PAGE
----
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Former head of Boston FBI pleads guilty to illegal contacts

A former head of the Boston FBI office admitted Thursday that he had illegal contacts with the bureau after retiring, when he had work-related meetings with agents while working as a consultant.

Kenneth W. Kaiser, 57, of Hopkinton pleaded guilty in federal court in Boston to a misdemeanor charge that he had contact with the FBI as a consultant within one year of his retirement, which is prohibited by law. He was released on personal recognizance, with sentencing scheduled for Dec.17. Kaiser had no comment after the hearing.

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Though Kaiser faces up to one year in prison and a maximum fine of $100,000, prosecutors will recommend that he pay a $15,000 fine and serve no prison time, according to a plea agreement.

Kaiser, a 27-year veteran of the FBI who led the Boston office from 2003 to 2006, started working for LocatePLUS, a Beverly company that sells investigative databases, on July 3, 2009, the same day that he retired from the bureau, prosecutors said. He was tasked with conducting an internal investigation into wrongdoing by two of LocatePLUS’s former executives and with helping the company boost sales.

Starting about two weeks later, court records show, Kaiser began communicating and meeting with FBI agents in Boston and with a federal prosecutor, pushing for charges to be filed against the former executives and to have LocatePLUS listed as a victim.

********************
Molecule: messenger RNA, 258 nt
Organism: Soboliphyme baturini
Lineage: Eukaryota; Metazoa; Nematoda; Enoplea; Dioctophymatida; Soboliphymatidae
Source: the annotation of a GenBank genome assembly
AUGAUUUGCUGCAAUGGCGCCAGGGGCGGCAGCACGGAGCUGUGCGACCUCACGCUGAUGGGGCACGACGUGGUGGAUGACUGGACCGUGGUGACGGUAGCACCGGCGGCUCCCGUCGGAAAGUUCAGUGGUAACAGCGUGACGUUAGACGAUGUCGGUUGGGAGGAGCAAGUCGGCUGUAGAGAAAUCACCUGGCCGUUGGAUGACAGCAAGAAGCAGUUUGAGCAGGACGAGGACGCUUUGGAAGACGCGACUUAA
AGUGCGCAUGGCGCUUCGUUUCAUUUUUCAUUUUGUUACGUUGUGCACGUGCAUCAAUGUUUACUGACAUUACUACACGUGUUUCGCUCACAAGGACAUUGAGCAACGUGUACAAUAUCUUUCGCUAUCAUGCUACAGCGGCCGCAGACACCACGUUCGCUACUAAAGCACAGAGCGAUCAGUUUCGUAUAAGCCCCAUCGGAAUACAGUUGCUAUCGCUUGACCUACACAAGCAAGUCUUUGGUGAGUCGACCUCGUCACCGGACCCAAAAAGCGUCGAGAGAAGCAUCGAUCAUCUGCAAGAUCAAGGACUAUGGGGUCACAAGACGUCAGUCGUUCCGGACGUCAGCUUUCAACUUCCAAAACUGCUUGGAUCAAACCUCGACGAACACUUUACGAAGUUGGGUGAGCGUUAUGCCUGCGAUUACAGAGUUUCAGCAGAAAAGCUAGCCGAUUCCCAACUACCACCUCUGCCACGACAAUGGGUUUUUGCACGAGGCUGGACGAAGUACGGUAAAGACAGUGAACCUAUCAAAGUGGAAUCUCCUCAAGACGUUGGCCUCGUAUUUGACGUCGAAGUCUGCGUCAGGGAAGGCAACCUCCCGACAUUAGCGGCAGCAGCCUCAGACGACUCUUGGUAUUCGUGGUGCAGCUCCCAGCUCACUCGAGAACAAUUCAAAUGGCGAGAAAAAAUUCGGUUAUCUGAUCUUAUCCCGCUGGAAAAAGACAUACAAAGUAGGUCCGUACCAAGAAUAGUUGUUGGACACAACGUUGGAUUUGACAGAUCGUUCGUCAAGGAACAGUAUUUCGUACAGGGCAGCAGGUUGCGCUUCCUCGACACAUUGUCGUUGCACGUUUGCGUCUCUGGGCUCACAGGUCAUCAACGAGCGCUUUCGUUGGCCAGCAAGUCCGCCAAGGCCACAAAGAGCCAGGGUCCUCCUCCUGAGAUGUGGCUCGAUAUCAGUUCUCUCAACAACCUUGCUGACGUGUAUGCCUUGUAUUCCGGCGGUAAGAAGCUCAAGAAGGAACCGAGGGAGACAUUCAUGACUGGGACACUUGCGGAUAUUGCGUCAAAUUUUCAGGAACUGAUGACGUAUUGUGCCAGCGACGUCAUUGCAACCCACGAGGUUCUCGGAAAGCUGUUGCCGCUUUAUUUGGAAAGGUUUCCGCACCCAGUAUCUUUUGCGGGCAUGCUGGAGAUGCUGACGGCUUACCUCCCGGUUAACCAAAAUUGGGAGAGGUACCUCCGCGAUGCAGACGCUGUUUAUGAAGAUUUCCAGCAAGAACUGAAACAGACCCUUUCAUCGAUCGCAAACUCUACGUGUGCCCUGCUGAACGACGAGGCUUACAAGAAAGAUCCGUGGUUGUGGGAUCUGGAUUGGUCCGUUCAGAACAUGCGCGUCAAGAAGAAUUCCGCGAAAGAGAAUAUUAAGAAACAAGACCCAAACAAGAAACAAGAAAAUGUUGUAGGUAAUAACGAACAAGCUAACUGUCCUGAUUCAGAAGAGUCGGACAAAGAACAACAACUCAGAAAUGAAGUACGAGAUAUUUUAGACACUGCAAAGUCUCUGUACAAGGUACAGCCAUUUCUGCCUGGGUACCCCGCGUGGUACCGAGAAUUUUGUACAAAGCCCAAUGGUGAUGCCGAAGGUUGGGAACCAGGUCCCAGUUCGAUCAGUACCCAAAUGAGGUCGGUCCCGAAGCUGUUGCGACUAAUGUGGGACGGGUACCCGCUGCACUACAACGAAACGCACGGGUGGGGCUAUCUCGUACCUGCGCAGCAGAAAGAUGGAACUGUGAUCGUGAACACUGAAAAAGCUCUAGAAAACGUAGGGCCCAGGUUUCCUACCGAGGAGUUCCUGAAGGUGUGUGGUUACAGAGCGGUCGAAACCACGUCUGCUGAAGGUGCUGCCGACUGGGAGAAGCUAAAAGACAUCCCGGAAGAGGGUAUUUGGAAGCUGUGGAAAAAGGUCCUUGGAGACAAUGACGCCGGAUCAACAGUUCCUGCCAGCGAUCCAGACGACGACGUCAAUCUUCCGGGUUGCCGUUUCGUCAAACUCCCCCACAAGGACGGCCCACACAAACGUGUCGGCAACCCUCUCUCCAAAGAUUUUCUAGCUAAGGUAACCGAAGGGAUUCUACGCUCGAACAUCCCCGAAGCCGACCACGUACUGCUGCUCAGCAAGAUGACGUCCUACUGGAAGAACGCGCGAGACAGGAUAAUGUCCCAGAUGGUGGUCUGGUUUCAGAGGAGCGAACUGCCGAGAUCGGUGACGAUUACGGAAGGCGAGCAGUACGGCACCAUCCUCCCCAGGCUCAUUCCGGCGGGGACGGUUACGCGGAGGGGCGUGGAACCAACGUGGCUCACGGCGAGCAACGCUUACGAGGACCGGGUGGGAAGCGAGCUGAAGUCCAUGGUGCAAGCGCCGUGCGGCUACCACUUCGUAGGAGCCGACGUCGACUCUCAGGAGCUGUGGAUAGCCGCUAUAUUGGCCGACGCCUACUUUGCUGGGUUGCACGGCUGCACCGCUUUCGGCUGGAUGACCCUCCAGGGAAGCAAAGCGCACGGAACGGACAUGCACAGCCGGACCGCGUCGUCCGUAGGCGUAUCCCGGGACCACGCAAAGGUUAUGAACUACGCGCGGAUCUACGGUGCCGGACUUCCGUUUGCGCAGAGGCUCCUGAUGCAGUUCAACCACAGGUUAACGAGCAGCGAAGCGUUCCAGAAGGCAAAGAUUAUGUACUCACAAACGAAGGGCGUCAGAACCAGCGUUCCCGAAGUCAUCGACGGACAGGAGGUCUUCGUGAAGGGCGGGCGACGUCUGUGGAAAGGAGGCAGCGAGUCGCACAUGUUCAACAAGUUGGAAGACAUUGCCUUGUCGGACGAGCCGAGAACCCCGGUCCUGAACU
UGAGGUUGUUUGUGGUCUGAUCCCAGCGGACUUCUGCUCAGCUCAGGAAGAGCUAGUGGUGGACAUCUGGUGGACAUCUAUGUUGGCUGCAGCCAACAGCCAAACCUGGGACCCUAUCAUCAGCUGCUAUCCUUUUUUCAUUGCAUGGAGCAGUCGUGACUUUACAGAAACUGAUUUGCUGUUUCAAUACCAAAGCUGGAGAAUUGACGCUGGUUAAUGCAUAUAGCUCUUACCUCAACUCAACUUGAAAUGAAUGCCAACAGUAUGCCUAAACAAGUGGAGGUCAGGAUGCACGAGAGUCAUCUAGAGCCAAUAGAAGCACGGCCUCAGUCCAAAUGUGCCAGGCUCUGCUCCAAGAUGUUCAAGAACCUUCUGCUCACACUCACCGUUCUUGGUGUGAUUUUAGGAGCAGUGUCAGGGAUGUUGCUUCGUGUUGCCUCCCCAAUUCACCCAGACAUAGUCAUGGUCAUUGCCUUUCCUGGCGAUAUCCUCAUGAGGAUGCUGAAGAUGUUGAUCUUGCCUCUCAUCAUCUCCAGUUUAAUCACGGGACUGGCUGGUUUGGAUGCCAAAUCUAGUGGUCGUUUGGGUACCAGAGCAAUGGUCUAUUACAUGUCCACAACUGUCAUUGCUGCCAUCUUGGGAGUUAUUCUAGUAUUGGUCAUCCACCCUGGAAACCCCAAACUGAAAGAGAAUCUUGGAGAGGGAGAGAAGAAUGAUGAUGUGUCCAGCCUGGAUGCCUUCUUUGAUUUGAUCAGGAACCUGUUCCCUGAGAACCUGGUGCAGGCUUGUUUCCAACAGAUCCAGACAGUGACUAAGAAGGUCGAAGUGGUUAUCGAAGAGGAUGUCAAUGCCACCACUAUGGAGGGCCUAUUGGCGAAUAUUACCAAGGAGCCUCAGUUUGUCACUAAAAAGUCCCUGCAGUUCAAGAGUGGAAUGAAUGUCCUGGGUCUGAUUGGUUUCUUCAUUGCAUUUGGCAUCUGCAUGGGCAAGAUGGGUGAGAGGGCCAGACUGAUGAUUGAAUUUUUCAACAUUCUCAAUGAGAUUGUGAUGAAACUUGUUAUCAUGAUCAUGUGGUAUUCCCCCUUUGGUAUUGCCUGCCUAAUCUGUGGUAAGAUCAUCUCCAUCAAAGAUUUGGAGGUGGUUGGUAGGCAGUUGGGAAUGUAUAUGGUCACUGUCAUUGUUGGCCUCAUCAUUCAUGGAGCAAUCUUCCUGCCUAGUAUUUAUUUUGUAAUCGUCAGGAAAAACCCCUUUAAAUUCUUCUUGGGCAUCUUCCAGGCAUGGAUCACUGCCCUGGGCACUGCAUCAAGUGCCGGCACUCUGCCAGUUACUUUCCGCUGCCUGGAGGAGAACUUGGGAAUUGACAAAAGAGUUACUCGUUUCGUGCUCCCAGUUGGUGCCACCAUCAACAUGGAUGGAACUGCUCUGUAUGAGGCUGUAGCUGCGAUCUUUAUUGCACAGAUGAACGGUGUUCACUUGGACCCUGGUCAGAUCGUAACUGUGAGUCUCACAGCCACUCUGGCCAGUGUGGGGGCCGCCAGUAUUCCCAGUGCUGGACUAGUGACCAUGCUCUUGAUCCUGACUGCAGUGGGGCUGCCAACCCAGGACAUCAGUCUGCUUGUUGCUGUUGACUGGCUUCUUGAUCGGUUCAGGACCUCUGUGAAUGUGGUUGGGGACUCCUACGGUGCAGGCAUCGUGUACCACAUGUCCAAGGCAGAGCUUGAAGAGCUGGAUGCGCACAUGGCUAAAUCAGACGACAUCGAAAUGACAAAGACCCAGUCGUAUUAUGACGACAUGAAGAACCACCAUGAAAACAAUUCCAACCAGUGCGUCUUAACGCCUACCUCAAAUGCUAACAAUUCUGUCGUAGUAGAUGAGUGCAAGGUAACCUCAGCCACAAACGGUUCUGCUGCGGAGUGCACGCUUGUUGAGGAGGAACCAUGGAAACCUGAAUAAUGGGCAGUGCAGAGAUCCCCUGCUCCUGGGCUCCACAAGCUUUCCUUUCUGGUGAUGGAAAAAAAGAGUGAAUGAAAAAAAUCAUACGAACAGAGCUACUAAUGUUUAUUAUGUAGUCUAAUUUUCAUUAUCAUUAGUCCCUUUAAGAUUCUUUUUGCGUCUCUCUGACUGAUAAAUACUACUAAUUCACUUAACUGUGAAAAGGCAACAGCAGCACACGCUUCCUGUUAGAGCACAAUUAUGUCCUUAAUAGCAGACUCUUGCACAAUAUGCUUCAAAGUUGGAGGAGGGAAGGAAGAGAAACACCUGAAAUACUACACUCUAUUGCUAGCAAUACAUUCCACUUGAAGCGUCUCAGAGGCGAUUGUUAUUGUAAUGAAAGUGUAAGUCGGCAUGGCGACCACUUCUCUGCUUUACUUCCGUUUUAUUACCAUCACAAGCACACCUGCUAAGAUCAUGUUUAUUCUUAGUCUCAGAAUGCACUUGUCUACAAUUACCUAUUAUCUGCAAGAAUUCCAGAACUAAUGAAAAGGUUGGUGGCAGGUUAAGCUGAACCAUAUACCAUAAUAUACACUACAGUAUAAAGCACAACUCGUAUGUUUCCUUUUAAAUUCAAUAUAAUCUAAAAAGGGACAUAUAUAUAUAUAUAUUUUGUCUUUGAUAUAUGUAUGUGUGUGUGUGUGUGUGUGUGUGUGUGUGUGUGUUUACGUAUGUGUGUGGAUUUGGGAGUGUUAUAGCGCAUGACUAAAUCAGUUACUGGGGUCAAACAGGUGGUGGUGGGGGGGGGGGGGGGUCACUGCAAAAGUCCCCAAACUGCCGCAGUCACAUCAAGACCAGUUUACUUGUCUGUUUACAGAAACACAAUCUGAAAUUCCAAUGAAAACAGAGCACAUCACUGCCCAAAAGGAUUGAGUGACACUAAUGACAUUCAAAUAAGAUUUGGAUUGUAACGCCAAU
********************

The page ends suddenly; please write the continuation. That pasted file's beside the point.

Kaiser also had prohibited contacts with FBI employees to gauge the bureau’s interest in LocatePLUS’s products and services, authorities said.

In addition, he made improper contacts with the FBI on behalf of a client who received a threatening letter, records show.

Assistant US Attorney Diane Freniere said in court Thursday that Kaiser earned more than $13,000 in fees in the course of his prohibited contacts.

Kaiser’s lawyer, Anthony E. Fuller, said in a statement that his client “contacted the FBI . . . so that it would investigate the criminal conduct and, with the assistance of the US attorney’s office, would ultimately prosecute the wrongdoers.”

Fuller added: “All of his communications to his former colleagues in the FBI were made in the good faith belief that he was helping their law enforcement mission. He did not contact his former colleagues through secret means or back channels, but did so openly and obviously” and attended one meeting at the US attorney’s office.

After leaving the Boston FBI office in 2006, Kaiser became assistant director at FBI headquarters in Washington, overseeing the Inspection Division and, later, the Criminal Investigative Division, until his retirement in 2009.

Milton J. Valencia of the Globe staff contributed to this report. Travis Andersen can be reached at travis.andersen@globe.com.
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